For four decades, the CIMI, a Brazilian Catholic agency, has been encouraging autonomy and rights for indigenous peoples. Treaties, constitutions, and rules exist to defend them, but theory is far from reality. For indigenous tribes in Brazil as in other places, the land continues to be a harbinger of sadness, loss, and humiliation.The Indigenist Missionary Council, CIMI, a Catholic institution linked to the National Conference of Bishops of Brazil, has been fighting to defend indigenous peoples for 40 years. The organization’s final goal is to guarantee indigenous life, culture, and traditions, while helping society and non-indigenous organizations get to know and respect the indigenous peoples.
In Rio Branco, capital of the northwestern state of Acre, the CIMI’s local leaders, Rosenilda Nunes and Lindomar Dias Padilha, are a couple that is living testimony of the moral strength of this organization that has never been afraid to take the side of the most vulnerable.
The Jaminawa, a people adrift
CIMI’s office is full of people. Those in charge, Nunes y Dias Padilha, explain that the guests are Jaminawa, an ethnic group of about 2,000 people.
One of the women has come searching for news of her husband who is in prison. One man is here to receive the government aid known as Bolsa Familia. To receive between 80 and 120 reales a month (US$ 40 and $60) — amount depending on the number of children — indigenous people have to travel for days and spend most of what they receive on gas and food.
“Among other things,” Nunes explains, “according to custom, when they need to go to the city, not just one person goes — the entire family goes.” The Jaminawa are the most marginalized of the indigenous peoples. They live in riverbanks and in city suburbs in inhumane conditions.
“They have no land to settle on,” Nunes explains. “If they had their land marked off, they would live very well because they are hard-working. They cultivate yuca, rice, and millet. Without demarcation, conflicts with non-indigenous people are more likely. Additionally, they have a bad reputation in the eyes of the state government because they beg for money or scavenge trash in the streets of Rio Branco and Sena Madureira.”
The Jaminawa are one of the 17 indigenous tribes (plus six uncontacted tribes) that live in the state of Acre. A total of 20,000 people are estimated to be living in 305 communities. Dias Padilha is very critical of the state government — led by the Workers’ Party since 1999 — pointing out that the state’s policy has been to break up the indigenous struggles with the creation of state institutions that give some indigenous leaders salaries and many benefits to encourage them to stop their peoples’ protests.
From hatred to assassination
The CIMI must operate within this complex network.
“Aside from the contingencies of time, there are basically three problems,” explains Dias Padilha. “The first and foremost is the failure to recognize indigenous territories. The second is the lack of respect that leads to marginalization of indigenous peoples in Brazilian society. Last, there is criminalization, a consequence of the land struggles and other issues. Because of this there are many indigenous people in prison. Henceforth, equally serious is the criminalization of the movements that support the indigenous cause.”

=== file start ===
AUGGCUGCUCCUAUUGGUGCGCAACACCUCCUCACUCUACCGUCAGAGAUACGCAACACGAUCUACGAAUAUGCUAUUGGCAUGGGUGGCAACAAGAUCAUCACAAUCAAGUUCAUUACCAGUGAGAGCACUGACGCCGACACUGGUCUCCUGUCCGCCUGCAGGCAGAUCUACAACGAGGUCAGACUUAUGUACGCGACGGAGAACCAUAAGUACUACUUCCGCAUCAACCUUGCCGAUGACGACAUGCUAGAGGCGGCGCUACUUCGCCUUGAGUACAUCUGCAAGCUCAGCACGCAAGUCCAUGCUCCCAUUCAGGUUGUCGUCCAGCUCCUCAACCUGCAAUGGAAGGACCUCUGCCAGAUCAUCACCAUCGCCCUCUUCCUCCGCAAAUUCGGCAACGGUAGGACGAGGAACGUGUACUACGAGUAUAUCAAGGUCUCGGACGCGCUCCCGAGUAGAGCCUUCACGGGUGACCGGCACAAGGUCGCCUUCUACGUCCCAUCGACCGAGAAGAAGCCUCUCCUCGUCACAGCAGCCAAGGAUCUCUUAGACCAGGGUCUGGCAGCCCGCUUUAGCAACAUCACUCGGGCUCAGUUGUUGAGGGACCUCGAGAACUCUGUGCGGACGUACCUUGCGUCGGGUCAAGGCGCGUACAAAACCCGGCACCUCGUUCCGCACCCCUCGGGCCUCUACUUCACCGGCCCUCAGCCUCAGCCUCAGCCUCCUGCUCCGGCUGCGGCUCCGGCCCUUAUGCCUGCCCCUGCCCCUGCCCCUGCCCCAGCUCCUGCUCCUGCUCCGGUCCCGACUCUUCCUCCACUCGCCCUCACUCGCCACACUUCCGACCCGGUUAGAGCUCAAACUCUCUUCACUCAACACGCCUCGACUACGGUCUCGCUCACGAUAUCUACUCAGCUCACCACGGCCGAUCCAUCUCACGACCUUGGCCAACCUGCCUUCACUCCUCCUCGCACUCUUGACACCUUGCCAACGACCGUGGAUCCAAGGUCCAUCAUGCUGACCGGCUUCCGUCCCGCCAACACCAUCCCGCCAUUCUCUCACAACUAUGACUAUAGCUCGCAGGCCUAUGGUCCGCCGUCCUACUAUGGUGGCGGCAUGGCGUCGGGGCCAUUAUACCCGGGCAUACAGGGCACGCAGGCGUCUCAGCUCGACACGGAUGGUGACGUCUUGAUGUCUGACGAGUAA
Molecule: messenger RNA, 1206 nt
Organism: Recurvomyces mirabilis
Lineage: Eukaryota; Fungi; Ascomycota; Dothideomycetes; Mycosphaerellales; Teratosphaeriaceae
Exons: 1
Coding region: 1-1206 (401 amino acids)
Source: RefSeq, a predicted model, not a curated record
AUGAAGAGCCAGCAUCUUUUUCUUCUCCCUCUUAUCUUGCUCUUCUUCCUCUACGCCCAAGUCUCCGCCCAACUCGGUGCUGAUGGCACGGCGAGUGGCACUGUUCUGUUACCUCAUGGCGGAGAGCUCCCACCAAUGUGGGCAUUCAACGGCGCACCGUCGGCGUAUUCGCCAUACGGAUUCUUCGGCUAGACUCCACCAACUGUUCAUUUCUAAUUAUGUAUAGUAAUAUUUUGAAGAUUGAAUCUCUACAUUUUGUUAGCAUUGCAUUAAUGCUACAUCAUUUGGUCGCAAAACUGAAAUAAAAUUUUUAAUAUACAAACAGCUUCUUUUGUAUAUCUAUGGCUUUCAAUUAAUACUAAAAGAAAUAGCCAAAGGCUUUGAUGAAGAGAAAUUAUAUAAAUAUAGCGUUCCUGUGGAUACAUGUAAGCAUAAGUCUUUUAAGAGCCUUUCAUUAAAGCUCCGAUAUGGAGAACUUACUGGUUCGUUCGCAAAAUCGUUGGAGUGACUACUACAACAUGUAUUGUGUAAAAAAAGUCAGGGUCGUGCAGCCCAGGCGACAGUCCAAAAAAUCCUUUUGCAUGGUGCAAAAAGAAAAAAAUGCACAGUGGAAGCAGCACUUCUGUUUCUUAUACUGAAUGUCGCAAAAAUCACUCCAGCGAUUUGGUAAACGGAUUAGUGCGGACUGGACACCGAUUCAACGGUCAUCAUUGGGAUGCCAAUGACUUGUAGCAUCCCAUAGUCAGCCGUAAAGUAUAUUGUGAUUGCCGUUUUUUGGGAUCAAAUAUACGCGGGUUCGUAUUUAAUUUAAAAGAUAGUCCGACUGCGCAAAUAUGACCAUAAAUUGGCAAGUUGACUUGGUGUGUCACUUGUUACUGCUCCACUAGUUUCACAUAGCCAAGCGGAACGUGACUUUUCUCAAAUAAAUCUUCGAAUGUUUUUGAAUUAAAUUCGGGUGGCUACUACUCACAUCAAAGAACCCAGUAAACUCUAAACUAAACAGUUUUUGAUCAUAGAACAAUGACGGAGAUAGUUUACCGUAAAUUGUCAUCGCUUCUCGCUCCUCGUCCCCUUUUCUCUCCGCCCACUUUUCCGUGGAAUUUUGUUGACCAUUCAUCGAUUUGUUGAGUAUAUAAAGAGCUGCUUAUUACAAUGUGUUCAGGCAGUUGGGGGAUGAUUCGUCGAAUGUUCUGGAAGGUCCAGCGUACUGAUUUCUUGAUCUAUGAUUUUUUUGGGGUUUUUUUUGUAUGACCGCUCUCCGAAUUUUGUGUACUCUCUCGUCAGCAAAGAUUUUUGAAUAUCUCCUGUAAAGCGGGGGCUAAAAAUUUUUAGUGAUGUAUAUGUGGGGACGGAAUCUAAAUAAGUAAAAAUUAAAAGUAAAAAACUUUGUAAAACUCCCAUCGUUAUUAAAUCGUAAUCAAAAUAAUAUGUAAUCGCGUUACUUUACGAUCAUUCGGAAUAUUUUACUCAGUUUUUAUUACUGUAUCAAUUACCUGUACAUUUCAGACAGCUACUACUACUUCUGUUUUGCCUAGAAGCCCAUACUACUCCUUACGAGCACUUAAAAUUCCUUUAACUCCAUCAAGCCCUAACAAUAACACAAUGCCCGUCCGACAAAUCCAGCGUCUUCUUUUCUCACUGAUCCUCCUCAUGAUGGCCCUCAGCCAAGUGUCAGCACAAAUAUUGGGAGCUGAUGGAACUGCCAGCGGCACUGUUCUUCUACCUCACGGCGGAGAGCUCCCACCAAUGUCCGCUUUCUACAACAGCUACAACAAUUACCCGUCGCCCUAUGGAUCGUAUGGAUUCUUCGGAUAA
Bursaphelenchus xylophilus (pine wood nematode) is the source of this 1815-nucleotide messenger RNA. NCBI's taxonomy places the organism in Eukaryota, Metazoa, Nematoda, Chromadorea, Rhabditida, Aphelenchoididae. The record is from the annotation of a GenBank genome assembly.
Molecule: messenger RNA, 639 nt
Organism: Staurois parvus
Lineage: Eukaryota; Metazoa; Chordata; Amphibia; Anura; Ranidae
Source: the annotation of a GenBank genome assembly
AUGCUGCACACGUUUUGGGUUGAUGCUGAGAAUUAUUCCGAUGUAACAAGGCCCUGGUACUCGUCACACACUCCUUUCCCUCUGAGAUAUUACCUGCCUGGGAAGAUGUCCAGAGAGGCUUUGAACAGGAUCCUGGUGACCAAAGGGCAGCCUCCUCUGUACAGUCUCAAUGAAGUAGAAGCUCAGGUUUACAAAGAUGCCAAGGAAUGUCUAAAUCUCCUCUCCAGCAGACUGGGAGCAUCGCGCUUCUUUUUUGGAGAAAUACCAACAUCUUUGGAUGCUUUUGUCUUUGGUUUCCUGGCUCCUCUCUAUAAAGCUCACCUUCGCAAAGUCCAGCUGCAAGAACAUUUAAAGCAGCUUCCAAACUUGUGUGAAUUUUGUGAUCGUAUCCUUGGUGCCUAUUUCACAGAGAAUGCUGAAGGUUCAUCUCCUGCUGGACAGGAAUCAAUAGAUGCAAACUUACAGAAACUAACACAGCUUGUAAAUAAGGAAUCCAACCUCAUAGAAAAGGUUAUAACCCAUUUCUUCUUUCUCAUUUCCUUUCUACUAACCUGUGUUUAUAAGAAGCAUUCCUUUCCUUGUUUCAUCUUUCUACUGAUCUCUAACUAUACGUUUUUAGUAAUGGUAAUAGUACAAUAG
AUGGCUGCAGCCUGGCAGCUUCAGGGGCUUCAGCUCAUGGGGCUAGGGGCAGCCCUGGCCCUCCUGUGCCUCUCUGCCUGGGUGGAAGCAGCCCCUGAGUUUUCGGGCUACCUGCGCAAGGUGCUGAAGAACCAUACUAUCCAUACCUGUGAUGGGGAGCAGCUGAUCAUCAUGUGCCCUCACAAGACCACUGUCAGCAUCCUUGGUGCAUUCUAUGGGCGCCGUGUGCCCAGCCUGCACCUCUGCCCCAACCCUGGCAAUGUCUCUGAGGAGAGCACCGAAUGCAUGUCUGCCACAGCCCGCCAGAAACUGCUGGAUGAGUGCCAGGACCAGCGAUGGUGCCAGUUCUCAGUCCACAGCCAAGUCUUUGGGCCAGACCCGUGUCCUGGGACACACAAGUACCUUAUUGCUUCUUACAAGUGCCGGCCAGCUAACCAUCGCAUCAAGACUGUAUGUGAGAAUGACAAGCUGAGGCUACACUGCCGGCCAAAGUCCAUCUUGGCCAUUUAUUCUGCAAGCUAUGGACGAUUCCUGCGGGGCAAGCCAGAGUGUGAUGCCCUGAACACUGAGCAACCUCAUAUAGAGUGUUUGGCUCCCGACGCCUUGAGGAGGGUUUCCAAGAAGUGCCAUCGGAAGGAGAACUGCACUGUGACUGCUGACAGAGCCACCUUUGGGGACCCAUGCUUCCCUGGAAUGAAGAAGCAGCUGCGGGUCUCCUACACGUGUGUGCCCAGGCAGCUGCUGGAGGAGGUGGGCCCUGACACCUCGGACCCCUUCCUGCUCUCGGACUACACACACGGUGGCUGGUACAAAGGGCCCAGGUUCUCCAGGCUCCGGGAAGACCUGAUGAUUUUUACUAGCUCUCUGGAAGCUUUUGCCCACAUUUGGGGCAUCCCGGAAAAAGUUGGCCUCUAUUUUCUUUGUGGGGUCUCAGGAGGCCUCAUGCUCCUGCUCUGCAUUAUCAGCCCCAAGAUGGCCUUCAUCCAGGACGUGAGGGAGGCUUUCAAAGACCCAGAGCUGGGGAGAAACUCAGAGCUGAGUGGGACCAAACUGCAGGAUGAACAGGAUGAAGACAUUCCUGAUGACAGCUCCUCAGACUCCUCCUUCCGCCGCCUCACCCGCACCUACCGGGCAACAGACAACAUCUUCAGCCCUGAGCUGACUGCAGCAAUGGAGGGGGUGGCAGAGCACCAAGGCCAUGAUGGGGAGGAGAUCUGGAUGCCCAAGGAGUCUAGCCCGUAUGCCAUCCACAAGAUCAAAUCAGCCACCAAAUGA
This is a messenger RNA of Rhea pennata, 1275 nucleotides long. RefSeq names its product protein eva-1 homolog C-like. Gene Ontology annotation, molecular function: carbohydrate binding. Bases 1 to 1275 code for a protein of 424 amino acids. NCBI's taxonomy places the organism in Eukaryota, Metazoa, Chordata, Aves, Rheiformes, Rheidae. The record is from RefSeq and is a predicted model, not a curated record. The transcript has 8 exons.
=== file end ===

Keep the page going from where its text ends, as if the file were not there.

Regarding the country as a whole, Dias Padilha explains that “there are at least two Brazils. Southern Brazil, primarily the state Mato Grosso do Sul, where [landowners] feel a deep hatred towards indigenous peoples. The number of assassinated indigenous people proves it. A week doesn’t go by without one or two shot down indigenous people, especially guarani kaiowa indigenous people.”
According to the CIMI, Mato Grosso do Sul, with 279 indigenous people killed since 2003 in conflicts with landowners, is the state where the greatest number of indigenous people have been murdered in all Brazil. In 2011, 51 indigenous people were killed in all the country, 32 of them in Mato Grosso do Sul. Indigenous lands in that state are highly coveted to develop livestock and planting soybean and sugarcane for ethanol.
“Prejudice is rampant in the rest of Brazil,” adds Dias Padilha. As happens frequently, prejudices are rooted in ignorance and a lack of knowledge. “This way people fill their heads with falsehoods and racism. Because of this, one of our tasks is to provide accurate information about indigenous peoples: who they are, what they do, and how they live. We do so by giving testimony in person but also with our media outlets: our Internet website and Porantim, the only Brazilian magazine that is exclusively dedicated to indigenous issues.”
The current situation of isolated and uncontacted peoples is even more delicate. Dias Padilha is clear about this topic: “This [isolated] condition is without a doubt more desirable because contact with white people would brutally interfere [with their lives]. Isolated peoples continue to live as they wish and according to their traditions. We of the CIMI are against making contact with them, except in the case of extreme threats like the invasion of petroleum or logging companies.”
Politics is also to blame. “My biggest disappointment,” says Dias Padilha, “has been waiting in vain for a government to respect indigenous peoples and their rights. [Former President Luiz Inácio] Lula [da Silva] went from being a great supporter to a great opponent of the indigenous cause. It was a huge disappointment to see a supposedly leftist government abandon social movements to support low-level policy, based on environmental and personal compensations. For example, the construction of the Belo Monte hydroelectric dam, which we fought against for years, is an affront to human dignity and life.” —Latinamerica Press.